The VMSs included hot flashes and night sweats. To determine the presence and degree of VMSs, the validated Korean version of the Menopause-Specific Quality of Life (MENQOL) questionnaire was administered at baseline and at each follow-up visit34,35. Study participants indicated whether they had experienced VMSs during the past month and described how bothersome the symptoms were on a seven-point Likert scale; from “not bothered at all” (0) to “extremely bothersome” (6)34,36. For the statistical analysis, the raw scores of VMSs intensity were recoded to an eight-point grading system including zero: the answer “No” was rescored as zero and “Yes, but not bothered at all” was converted to one. The increasing degree of VMSs severity ranging from 1 to 6 was rescored from 2 to 7. If the participant responded “No” to hot flashes or night sweats, we considered the participant as not having VMSs. Women who answered “Yes” and experienced hot flashes or night sweats were considered as having VMSs. We also considered groups who had ≥ 3 recoded points as having moderate/severe VMSs, and women with 1 or 2 points as having mild VMSs. Early-onset VMSs was defined as the occurrence of VMSs before menopause.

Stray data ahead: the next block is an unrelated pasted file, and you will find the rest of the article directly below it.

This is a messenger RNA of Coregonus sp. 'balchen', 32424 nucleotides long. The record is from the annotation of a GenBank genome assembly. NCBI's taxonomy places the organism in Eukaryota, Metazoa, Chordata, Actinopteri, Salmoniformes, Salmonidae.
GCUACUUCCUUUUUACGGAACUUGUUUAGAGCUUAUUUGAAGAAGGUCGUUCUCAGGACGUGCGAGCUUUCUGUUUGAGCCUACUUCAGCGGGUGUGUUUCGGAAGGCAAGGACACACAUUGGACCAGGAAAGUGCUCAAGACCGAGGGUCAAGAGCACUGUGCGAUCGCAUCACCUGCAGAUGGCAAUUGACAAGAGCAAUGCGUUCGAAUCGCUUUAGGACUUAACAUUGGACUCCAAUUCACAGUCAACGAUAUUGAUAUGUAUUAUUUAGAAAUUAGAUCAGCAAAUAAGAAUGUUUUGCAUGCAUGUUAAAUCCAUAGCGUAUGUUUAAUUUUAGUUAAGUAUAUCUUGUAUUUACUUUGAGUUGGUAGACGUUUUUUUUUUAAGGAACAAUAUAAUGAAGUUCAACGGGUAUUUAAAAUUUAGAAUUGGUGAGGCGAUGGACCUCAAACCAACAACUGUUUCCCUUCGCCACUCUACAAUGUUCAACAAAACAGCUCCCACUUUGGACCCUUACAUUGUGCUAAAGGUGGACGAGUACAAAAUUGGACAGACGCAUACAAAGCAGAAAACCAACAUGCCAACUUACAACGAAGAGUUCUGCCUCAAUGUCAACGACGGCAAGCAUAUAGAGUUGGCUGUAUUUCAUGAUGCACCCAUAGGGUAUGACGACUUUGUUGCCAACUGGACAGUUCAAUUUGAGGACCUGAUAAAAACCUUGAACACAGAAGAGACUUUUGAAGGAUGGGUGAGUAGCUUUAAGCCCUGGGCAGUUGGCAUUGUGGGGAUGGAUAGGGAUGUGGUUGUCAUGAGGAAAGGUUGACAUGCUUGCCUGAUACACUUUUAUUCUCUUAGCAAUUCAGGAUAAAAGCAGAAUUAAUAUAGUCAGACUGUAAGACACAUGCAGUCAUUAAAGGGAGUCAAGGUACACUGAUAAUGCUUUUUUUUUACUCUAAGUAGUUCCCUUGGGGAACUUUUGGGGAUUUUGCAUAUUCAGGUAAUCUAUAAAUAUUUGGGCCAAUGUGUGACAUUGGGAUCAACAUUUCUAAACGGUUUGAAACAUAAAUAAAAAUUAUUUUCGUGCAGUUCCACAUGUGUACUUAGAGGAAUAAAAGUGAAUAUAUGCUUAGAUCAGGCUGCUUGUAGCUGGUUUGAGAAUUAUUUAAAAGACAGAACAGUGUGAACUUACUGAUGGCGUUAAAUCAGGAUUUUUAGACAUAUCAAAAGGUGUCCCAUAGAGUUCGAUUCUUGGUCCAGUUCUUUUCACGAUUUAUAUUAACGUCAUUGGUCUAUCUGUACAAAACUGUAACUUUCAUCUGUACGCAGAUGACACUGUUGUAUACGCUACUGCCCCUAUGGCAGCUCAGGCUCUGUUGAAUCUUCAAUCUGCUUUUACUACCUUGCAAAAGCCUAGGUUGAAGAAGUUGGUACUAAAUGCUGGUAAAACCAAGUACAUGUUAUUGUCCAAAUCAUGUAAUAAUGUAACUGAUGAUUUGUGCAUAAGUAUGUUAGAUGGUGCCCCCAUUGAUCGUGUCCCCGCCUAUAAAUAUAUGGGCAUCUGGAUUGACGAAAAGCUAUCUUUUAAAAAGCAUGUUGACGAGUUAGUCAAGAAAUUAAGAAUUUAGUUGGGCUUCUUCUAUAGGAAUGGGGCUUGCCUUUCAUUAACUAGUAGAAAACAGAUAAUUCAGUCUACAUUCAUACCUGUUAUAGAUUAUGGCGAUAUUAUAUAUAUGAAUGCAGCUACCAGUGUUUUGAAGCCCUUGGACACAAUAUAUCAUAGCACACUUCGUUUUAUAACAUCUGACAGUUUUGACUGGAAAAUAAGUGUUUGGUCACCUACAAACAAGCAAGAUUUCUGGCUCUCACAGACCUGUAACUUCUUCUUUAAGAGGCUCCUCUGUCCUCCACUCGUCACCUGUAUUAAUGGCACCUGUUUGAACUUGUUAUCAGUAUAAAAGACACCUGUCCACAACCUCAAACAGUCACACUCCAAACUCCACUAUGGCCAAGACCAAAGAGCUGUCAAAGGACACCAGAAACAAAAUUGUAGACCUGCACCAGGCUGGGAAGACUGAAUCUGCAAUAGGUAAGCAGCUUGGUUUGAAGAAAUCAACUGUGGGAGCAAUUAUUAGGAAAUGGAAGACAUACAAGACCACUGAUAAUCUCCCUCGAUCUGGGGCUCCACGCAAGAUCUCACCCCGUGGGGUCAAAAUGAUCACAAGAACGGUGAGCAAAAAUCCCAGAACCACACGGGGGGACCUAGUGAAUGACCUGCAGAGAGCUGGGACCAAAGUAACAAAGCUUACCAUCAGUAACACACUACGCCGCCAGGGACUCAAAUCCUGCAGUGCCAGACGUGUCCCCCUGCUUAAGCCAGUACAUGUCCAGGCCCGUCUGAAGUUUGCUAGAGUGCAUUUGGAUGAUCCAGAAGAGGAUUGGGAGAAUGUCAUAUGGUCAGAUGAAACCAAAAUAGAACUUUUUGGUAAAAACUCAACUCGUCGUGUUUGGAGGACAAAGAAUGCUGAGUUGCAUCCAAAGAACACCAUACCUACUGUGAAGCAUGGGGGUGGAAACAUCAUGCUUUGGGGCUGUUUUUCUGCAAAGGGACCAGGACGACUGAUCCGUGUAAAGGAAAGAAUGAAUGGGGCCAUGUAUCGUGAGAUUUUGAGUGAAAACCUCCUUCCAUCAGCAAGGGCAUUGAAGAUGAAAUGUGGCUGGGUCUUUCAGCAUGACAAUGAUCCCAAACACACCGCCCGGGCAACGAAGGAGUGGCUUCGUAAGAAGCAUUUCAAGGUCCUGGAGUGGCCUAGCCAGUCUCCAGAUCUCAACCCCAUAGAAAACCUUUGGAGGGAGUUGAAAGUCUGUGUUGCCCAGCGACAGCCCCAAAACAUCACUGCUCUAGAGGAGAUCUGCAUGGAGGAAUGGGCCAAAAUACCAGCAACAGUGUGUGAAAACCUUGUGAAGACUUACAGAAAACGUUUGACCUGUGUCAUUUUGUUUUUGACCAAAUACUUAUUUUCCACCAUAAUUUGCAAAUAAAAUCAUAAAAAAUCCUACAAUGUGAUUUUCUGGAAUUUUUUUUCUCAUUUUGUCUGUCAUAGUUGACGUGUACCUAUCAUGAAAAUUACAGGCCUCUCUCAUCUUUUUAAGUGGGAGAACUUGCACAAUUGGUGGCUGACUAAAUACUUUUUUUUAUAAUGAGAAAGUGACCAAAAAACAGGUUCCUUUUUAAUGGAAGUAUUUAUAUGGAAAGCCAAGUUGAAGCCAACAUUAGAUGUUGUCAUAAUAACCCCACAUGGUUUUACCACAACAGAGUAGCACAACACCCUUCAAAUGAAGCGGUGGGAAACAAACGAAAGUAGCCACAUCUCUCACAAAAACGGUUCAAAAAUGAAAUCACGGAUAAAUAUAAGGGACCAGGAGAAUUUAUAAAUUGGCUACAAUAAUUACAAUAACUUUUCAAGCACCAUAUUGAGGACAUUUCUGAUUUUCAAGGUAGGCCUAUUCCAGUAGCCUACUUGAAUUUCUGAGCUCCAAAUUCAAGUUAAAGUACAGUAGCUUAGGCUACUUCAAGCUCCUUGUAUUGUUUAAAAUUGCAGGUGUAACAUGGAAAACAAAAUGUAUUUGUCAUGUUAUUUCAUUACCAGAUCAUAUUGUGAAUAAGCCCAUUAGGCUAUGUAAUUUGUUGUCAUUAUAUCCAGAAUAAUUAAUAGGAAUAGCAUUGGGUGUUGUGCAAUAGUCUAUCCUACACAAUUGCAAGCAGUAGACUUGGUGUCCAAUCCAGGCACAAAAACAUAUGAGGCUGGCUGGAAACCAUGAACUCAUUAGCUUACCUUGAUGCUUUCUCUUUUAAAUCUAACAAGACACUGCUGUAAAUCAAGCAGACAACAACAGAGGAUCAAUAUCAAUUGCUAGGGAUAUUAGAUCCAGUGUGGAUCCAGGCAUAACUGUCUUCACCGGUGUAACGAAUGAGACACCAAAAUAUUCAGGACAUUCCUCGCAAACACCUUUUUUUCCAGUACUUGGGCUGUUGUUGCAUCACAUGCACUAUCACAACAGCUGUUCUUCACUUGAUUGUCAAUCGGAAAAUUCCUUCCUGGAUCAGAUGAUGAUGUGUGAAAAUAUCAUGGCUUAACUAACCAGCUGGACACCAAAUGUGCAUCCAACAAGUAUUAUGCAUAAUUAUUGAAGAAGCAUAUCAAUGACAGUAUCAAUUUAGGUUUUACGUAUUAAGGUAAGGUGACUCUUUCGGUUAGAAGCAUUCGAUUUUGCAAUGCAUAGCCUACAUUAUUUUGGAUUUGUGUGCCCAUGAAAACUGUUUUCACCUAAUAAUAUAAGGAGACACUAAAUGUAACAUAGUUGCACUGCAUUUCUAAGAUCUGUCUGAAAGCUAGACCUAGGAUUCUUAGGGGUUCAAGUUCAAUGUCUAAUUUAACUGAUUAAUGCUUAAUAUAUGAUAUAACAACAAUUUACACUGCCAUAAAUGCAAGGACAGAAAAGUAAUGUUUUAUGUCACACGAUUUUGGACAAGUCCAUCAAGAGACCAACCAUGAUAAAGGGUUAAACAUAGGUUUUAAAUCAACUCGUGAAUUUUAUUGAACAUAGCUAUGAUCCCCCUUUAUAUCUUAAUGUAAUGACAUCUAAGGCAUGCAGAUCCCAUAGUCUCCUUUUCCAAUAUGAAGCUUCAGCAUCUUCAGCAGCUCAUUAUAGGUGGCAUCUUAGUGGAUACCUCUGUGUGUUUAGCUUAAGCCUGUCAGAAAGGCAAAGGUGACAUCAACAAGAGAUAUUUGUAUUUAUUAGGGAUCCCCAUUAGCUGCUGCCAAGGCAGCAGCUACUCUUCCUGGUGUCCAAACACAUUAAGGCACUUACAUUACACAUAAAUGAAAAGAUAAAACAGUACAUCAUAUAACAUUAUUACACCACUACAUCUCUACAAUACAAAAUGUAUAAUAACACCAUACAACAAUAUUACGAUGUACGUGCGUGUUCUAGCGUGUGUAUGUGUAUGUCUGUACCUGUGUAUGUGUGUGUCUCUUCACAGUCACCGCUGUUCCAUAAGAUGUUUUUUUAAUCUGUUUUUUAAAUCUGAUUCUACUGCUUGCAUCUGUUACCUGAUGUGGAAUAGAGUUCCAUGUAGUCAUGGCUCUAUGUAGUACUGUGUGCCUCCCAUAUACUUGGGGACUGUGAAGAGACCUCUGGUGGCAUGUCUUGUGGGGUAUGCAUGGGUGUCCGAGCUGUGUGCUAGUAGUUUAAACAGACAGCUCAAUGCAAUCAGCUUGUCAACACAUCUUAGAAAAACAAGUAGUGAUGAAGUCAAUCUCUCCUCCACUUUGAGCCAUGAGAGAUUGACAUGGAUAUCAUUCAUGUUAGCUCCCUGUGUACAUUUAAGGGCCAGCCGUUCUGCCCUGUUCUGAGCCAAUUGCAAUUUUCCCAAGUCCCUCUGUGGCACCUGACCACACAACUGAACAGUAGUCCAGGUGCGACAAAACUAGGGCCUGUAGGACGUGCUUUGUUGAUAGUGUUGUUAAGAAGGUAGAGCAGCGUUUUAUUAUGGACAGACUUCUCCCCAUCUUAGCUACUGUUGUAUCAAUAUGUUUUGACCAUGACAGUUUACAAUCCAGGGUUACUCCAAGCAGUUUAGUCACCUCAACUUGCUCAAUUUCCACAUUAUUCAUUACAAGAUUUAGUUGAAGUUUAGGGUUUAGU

Descriptive statistics were used to summarize the baseline characteristics of the study participants by early-onset VMSs. The differences in demographic and clinical characteristics at baseline between women with and without early-onset VMSs were analyzed using the t-test for continuous variables and Chi-squared test for categorical variables. The primary outcome was incident early-onset of VMSs. Based on self-reported surveys, we received participants’ information on VMSs and menopausal status at each visit. At baseline and during follow-up, VMSs, menopausal stages, and the last two menstruation dates were assessed based on the self-administered, structured questionnaire including the MENQOL. Each participant was followed from the time of the baseline visit to the time of first report of VMSs occurrence, the time of menopause, or the last time the questionnaire survey was completed, whichever came first. Each participant was followed from the time of the baseline visit to the time of VMSs occurrence, the time of menopause, or the last time the questionnaire survey was completed, whichever came first. If a woman was in the postmenopausal stage at the time of the first VMS report, follow-up ended at the preceding visit where MENQOL assessment was completed prior to menopause. Cox proportional hazards regression model was used to estimate hazard ratios (HRs) with 95% confidence intervals (CIs) for incident early-onset VMSs according to lipid profiles. For sensitivity analysis, we repeated the analyses using moderate/severe VMSs as an endpoint. Potential confounders included age, BMI, BP, diabetes, educational status, parity, physical activity, smoking status, and alcohol intake based on previous findings (also see Supplementary Figure 2)37,38,39,40,41. Confounding variables were chosen for inclusion in the multivariable models if they met the following criteria: (1) were associated with the outcome (incident early-onset VMS) and (2) were associated with the exposure (lipid profiles), but 3) were not intermediate variables in the causal pathway between the exposure (lipid profiles) and the outcome (incident VMS). For a linear trend test, the median value of each category was included as a continuous variable in the model. All statistical analyses were conducted using Stata version 17.0 (Stata Corp LP; College Station, TX, USA). Statistical significance was defined as a two-sided P-value of less than 0.05.